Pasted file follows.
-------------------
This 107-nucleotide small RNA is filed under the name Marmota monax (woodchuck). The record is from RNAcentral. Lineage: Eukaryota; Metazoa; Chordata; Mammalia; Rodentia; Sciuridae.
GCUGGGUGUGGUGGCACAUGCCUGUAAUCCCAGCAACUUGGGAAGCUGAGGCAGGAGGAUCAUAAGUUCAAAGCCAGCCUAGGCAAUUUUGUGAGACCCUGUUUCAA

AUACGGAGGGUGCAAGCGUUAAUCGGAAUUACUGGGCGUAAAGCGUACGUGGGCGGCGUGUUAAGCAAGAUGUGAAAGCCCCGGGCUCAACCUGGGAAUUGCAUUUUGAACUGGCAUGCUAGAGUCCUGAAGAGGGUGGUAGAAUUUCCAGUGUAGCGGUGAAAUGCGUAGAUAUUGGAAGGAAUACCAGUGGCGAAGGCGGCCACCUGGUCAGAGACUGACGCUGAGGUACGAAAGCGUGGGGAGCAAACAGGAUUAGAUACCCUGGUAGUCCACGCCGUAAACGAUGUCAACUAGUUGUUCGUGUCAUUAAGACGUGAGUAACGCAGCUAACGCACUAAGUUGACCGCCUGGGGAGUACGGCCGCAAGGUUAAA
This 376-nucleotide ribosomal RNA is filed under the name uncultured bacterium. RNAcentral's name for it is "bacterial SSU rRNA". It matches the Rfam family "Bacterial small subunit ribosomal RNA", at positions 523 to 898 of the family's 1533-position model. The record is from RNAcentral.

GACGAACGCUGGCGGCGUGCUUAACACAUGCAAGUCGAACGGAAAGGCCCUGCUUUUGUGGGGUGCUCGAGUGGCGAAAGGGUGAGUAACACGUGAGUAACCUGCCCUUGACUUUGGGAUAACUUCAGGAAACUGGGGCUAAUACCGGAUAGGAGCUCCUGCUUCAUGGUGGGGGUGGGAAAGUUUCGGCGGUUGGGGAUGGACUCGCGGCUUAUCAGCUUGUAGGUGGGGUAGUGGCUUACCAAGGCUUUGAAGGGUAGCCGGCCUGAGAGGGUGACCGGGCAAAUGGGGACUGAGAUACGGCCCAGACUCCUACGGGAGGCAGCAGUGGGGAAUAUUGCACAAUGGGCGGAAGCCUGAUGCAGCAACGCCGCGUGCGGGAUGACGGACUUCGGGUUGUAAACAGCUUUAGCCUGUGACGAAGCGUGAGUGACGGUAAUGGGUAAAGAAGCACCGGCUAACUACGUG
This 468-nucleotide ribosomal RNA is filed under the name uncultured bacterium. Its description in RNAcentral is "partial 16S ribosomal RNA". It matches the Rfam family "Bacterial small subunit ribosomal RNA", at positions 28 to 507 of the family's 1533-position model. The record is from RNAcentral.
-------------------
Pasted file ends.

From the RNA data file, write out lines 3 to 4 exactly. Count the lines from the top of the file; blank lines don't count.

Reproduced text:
AUACGGAGGGUGCAAGCGUUAAUCGGAAUUACUGGGCGUAAAGCGUACGUGGGCGGCGUGUUAAGCAAGAUGUGAAAGCCCCGGGCUCAACCUGGGAAUUGCAUUUUGAACUGGCAUGCUAGAGUCCUGAAGAGGGUGGUAGAAUUUCCAGUGUAGCGGUGAAAUGCGUAGAUAUUGGAAGGAAUACCAGUGGCGAAGGCGGCCACCUGGUCAGAGACUGACGCUGAGGUACGAAAGCGUGGGGAGCAAACAGGAUUAGAUACCCUGGUAGUCCACGCCGUAAACGAUGUCAACUAGUUGUUCGUGUCAUUAAGACGUGAGUAACGCAGCUAACGCACUAAGUUGACCGCCUGGGGAGUACGGCCGCAAGGUUAAA
This 376-nucleotide ribosomal RNA is filed under the name uncultured bacterium. RNAcentral's name for it is "bacterial SSU rRNA". It matches the Rfam family "Bacterial small subunit ribosomal RNA", at positions 523 to 898 of the family's 1533-position model. The record is from RNAcentral.